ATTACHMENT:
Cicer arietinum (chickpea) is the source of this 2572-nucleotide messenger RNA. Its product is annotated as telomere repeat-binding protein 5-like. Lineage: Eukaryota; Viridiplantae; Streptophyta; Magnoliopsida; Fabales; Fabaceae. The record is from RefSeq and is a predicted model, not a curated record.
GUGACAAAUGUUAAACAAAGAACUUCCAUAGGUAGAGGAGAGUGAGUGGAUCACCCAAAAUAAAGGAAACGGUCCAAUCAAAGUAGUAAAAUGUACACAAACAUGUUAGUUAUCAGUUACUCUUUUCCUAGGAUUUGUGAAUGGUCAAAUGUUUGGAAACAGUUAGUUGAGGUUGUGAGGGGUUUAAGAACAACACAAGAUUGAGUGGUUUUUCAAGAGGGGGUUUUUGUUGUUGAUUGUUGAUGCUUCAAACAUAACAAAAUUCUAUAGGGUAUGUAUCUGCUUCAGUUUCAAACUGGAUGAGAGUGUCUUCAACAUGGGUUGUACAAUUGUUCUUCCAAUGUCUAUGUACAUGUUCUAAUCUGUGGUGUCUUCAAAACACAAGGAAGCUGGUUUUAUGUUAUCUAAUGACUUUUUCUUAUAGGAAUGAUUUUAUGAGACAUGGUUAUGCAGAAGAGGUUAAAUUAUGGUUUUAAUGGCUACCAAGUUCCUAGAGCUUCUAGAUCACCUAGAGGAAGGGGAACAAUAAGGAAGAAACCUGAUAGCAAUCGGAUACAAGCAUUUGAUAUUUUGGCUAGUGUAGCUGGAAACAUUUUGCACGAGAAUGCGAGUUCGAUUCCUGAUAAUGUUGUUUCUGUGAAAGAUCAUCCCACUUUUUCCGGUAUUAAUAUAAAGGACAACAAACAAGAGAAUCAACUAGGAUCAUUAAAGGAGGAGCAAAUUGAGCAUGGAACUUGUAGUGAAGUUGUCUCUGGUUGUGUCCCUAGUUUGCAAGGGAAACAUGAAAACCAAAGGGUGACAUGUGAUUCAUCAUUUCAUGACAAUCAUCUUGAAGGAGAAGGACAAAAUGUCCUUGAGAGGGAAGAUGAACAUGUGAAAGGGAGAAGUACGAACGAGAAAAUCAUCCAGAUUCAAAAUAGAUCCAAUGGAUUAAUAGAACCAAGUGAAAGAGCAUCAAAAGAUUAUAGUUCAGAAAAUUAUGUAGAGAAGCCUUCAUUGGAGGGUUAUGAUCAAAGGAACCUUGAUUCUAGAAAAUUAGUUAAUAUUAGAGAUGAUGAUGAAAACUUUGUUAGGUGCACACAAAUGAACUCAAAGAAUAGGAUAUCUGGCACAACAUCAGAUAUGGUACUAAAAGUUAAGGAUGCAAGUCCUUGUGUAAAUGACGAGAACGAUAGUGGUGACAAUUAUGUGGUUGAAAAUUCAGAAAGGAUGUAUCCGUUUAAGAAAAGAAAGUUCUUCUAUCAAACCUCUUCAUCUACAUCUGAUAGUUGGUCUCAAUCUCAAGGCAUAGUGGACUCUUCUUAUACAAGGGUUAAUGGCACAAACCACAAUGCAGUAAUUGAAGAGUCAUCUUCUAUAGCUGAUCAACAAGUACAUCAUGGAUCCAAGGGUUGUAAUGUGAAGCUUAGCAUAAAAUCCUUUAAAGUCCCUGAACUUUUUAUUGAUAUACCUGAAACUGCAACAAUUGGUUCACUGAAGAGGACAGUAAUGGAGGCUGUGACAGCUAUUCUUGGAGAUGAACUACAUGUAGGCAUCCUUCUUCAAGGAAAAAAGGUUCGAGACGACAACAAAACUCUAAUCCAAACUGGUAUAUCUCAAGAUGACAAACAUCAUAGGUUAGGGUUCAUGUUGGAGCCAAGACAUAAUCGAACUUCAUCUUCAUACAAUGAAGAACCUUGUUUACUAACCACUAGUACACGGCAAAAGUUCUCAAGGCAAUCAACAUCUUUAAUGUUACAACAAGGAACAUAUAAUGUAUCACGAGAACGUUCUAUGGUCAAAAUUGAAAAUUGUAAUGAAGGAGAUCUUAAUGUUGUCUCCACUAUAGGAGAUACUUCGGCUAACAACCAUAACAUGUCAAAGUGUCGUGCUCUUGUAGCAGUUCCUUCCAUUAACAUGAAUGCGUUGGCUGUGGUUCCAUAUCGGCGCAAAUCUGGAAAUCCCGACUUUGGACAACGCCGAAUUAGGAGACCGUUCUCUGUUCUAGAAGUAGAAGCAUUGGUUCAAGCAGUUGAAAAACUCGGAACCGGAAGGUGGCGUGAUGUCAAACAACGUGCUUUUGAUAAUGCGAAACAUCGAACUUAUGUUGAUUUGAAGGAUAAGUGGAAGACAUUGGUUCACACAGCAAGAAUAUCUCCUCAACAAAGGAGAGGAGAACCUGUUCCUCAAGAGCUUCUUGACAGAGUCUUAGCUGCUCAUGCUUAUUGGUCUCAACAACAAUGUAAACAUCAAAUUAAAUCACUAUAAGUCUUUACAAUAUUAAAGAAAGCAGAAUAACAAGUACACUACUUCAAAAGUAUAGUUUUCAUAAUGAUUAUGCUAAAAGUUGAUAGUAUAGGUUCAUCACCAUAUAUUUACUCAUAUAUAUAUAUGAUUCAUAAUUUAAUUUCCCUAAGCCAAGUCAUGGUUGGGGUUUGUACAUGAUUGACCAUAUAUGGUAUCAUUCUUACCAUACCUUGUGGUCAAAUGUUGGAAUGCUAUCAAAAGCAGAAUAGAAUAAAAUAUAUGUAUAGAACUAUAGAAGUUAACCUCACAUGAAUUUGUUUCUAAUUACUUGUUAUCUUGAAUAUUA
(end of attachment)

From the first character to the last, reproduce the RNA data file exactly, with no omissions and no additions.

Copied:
Cicer arietinum (chickpea) is the source of this 2572-nucleotide messenger RNA. Its product is annotated as telomere repeat-binding protein 5-like. Lineage: Eukaryota; Viridiplantae; Streptophyta; Magnoliopsida; Fabales; Fabaceae. The record is from RefSeq and is a predicted model, not a curated record.
GUGACAAAUGUUAAACAAAGAACUUCCAUAGGUAGAGGAGAGUGAGUGGAUCACCCAAAAUAAAGGAAACGGUCCAAUCAAAGUAGUAAAAUGUACACAAACAUGUUAGUUAUCAGUUACUCUUUUCCUAGGAUUUGUGAAUGGUCAAAUGUUUGGAAACAGUUAGUUGAGGUUGUGAGGGGUUUAAGAACAACACAAGAUUGAGUGGUUUUUCAAGAGGGGGUUUUUGUUGUUGAUUGUUGAUGCUUCAAACAUAACAAAAUUCUAUAGGGUAUGUAUCUGCUUCAGUUUCAAACUGGAUGAGAGUGUCUUCAACAUGGGUUGUACAAUUGUUCUUCCAAUGUCUAUGUACAUGUUCUAAUCUGUGGUGUCUUCAAAACACAAGGAAGCUGGUUUUAUGUUAUCUAAUGACUUUUUCUUAUAGGAAUGAUUUUAUGAGACAUGGUUAUGCAGAAGAGGUUAAAUUAUGGUUUUAAUGGCUACCAAGUUCCUAGAGCUUCUAGAUCACCUAGAGGAAGGGGAACAAUAAGGAAGAAACCUGAUAGCAAUCGGAUACAAGCAUUUGAUAUUUUGGCUAGUGUAGCUGGAAACAUUUUGCACGAGAAUGCGAGUUCGAUUCCUGAUAAUGUUGUUUCUGUGAAAGAUCAUCCCACUUUUUCCGGUAUUAAUAUAAAGGACAACAAACAAGAGAAUCAACUAGGAUCAUUAAAGGAGGAGCAAAUUGAGCAUGGAACUUGUAGUGAAGUUGUCUCUGGUUGUGUCCCUAGUUUGCAAGGGAAACAUGAAAACCAAAGGGUGACAUGUGAUUCAUCAUUUCAUGACAAUCAUCUUGAAGGAGAAGGACAAAAUGUCCUUGAGAGGGAAGAUGAACAUGUGAAAGGGAGAAGUACGAACGAGAAAAUCAUCCAGAUUCAAAAUAGAUCCAAUGGAUUAAUAGAACCAAGUGAAAGAGCAUCAAAAGAUUAUAGUUCAGAAAAUUAUGUAGAGAAGCCUUCAUUGGAGGGUUAUGAUCAAAGGAACCUUGAUUCUAGAAAAUUAGUUAAUAUUAGAGAUGAUGAUGAAAACUUUGUUAGGUGCACACAAAUGAACUCAAAGAAUAGGAUAUCUGGCACAACAUCAGAUAUGGUACUAAAAGUUAAGGAUGCAAGUCCUUGUGUAAAUGACGAGAACGAUAGUGGUGACAAUUAUGUGGUUGAAAAUUCAGAAAGGAUGUAUCCGUUUAAGAAAAGAAAGUUCUUCUAUCAAACCUCUUCAUCUACAUCUGAUAGUUGGUCUCAAUCUCAAGGCAUAGUGGACUCUUCUUAUACAAGGGUUAAUGGCACAAACCACAAUGCAGUAAUUGAAGAGUCAUCUUCUAUAGCUGAUCAACAAGUACAUCAUGGAUCCAAGGGUUGUAAUGUGAAGCUUAGCAUAAAAUCCUUUAAAGUCCCUGAACUUUUUAUUGAUAUACCUGAAACUGCAACAAUUGGUUCACUGAAGAGGACAGUAAUGGAGGCUGUGACAGCUAUUCUUGGAGAUGAACUACAUGUAGGCAUCCUUCUUCAAGGAAAAAAGGUUCGAGACGACAACAAAACUCUAAUCCAAACUGGUAUAUCUCAAGAUGACAAACAUCAUAGGUUAGGGUUCAUGUUGGAGCCAAGACAUAAUCGAACUUCAUCUUCAUACAAUGAAGAACCUUGUUUACUAACCACUAGUACACGGCAAAAGUUCUCAAGGCAAUCAACAUCUUUAAUGUUACAACAAGGAACAUAUAAUGUAUCACGAGAACGUUCUAUGGUCAAAAUUGAAAAUUGUAAUGAAGGAGAUCUUAAUGUUGUCUCCACUAUAGGAGAUACUUCGGCUAACAACCAUAACAUGUCAAAGUGUCGUGCUCUUGUAGCAGUUCCUUCCAUUAACAUGAAUGCGUUGGCUGUGGUUCCAUAUCGGCGCAAAUCUGGAAAUCCCGACUUUGGACAACGCCGAAUUAGGAGACCGUUCUCUGUUCUAGAAGUAGAAGCAUUGGUUCAAGCAGUUGAAAAACUCGGAACCGGAAGGUGGCGUGAUGUCAAACAACGUGCUUUUGAUAAUGCGAAACAUCGAACUUAUGUUGAUUUGAAGGAUAAGUGGAAGACAUUGGUUCACACAGCAAGAAUAUCUCCUCAACAAAGGAGAGGAGAACCUGUUCCUCAAGAGCUUCUUGACAGAGUCUUAGCUGCUCAUGCUUAUUGGUCUCAACAACAAUGUAAACAUCAAAUUAAAUCACUAUAAGUCUUUACAAUAUUAAAGAAAGCAGAAUAACAAGUACACUACUUCAAAAGUAUAGUUUUCAUAAUGAUUAUGCUAAAAGUUGAUAGUAUAGGUUCAUCACCAUAUAUUUACUCAUAUAUAUAUAUGAUUCAUAAUUUAAUUUCCCUAAGCCAAGUCAUGGUUGGGGUUUGUACAUGAUUGACCAUAUAUGGUAUCAUUCUUACCAUACCUUGUGGUCAAAUGUUGGAAUGCUAUCAAAAGCAGAAUAGAAUAAAAUAUAUGUAUAGAACUAUAGAAGUUAACCUCACAUGAAUUUGUUUCUAAUUACUUGUUAUCUUGAAUAUUA